March 11, 2013
The Hungarian parliament is set for a final vote on proposed constitutional changes on March 11 that will limit the power of the Constitutional Court, which has blocked several other recent moves from the Fidesz government. The issue threatens to produce yet another standoff with Brussels.
European Commission President Jose Manuel Barroso called Hungarian Prime Minister Viktor Orban on March 8 to register his objections, while a few thousand demonstrated against the proposal in Budapest. Barroso, who has regularly clashed with the PM since he came to power in 2010, asked Orban and his government to address concerns "in accordance with EU democratic principles," reports Reuters.
Earlier last week, the Council of Europe urged Budapest to postpone the vote that could limit the powers of the highest court, saying it would put Hungary's democratic checks and balances at risk. "We will now continue bilateral consultations to discuss the concerns," said EU executive spokeswoman Pia Ahrenkilde Hansen.
Fidesz calls the criticism unjustified and says it respects its obligations to the EU. Foreign Minister Janos Martonyi said Orban had assured Barosso that any changes to Hungarian law would comply with EU norms.
In his phone call to the PM, however, Barroso said he shares the Council's views and expressed concern over issues such as changes to advertising rules for next year's European Parliament election. Other issues include rules on judgments rendered by Europe's top court and on the retirement age of judges.
Washington also moved to register its concern. The US State Department said the proposed amendments could threaten "the principles of institutional independence" and should be reviewed.
However, Orban has illustrated repeatedly over the past three years that he is ready to duck and dive EU objections and take a tighter grip over the country's institutions. His government has rewritten hundreds of laws thanks to its two-thirds majority in parliament, and introduced a raft of constitutional amendments in January 2012. The EU officially challenged three of those moves - those affecting the central bank, the judiciary and the data protection office.
Hungary's Constitutional Court has also blocked several pieces of legislation pushed though by Fidesz. Critics say the government is now looking to close that avenue of resistance with its draft law, which says the court can examine the constitution or amendments in terms of formal procedural aspects, but that it cannot rule on the content.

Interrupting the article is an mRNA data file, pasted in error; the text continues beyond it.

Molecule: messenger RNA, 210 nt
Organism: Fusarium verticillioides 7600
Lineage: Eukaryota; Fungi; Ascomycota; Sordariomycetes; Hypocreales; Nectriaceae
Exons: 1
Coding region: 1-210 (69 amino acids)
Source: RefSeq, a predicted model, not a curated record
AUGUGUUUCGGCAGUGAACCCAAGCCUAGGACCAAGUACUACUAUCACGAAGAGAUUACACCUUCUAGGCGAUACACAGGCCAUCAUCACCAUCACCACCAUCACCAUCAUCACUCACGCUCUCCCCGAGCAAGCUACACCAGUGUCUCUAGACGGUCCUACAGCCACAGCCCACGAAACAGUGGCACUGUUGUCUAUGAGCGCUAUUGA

Protests of 2,000-3,000 people took place in Budapest over the weekend, with participants claiming concern that controversial pieces of legislation blocked by the Constitutional Court and affecting higher education, homelessness, electoral law and family law will now be implemented, reports AP. The draft legislation invalidates any decisions made by the court before the current constitution came into force.
Hungary has several cases against it pending in the European Court of Justice, but Brussels' main point of leverage over the past couple of years has been economic, with Hungary being forced to apply for a bailout from the EU and International Monetary (IMF) in late 2011 in order to keep the markets off its back as the economy sinks. However, taking advantage of the ongoing emerging market rally, Budapest tapped the international debt market for the first time for around 18 months in February when it sold $3.25bn of bonds.
The government is expected to follow up that issue with another soon, and as long as it enjoys access to the international capital markets, Fidesz is unlikely to be swayed by any objections from Brussels. Barroso and his colleagues will need to wait until investors' appetite for high yield assets like Hungarian bonds recedes further in order for their words to have any real impact on Orban and his government.